Iowa State University Veterinarian: Volume 10, Issue 2
Provision for the establishment of the Veterinary Division was by act of the Legislature, signed by Governor Lowe, March 22, 1858, providing for the establishment of a State Agricultural College and Farm to include veterinary studies among other courses to be taught. It was 13 years later when President Welch reported that, "for additional instruction seniors in agriculture will need a professor of practical agriculture, who, besides other important duties, will give lectures on camparative anatomy, physiology, and veterinary science. " Veterinary subjects as taught at that time were offered in the second semester of the senior year in agriculture.
A Holstein cow, aged, 5 years, was admitted to Stange Memorial Clinic Oct. 4, 1947. The owner did not accompany the animal so an adequate history could not be immediately obtained. The only history elicited was that she had started to labor the preceding day and had not calved as yet. It was decided to perform a vaginal examination on her.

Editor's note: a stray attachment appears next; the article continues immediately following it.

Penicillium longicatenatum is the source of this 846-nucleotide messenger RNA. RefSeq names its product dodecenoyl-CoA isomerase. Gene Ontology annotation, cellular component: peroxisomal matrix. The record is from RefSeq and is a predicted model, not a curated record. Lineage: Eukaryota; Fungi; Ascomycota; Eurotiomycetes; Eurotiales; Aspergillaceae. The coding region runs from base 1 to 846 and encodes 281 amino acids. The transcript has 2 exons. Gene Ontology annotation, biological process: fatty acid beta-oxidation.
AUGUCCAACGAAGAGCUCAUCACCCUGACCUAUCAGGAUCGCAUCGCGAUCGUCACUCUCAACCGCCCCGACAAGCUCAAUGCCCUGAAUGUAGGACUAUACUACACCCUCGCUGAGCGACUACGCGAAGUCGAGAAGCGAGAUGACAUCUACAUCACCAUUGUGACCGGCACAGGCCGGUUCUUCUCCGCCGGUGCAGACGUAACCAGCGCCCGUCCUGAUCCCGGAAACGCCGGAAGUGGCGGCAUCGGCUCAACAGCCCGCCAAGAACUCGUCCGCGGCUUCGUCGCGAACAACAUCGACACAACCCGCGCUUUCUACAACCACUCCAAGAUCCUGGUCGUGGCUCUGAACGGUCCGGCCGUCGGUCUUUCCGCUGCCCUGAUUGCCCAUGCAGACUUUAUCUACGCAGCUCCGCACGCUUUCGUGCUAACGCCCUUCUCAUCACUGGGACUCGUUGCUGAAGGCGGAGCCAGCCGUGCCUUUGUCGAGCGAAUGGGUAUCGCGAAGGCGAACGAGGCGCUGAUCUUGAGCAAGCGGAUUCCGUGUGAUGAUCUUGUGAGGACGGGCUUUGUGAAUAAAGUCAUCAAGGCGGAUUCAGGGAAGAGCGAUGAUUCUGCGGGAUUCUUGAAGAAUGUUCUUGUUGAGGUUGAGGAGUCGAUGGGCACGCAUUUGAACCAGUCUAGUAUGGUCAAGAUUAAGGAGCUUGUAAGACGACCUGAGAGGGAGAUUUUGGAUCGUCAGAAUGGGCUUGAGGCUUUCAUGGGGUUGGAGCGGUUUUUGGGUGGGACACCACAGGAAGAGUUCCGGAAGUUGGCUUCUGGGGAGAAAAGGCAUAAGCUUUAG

In 1872, when the first classes in Veterinary Medicine at the Iowa State College were opened to students it was recognized as a pioneering, and to some extent a daring, venture into the educational future. Nevertheless, the intelligent and courageous men who taught those early classes undoubtedly were able to envision Iowa as the center of a great livestock industry.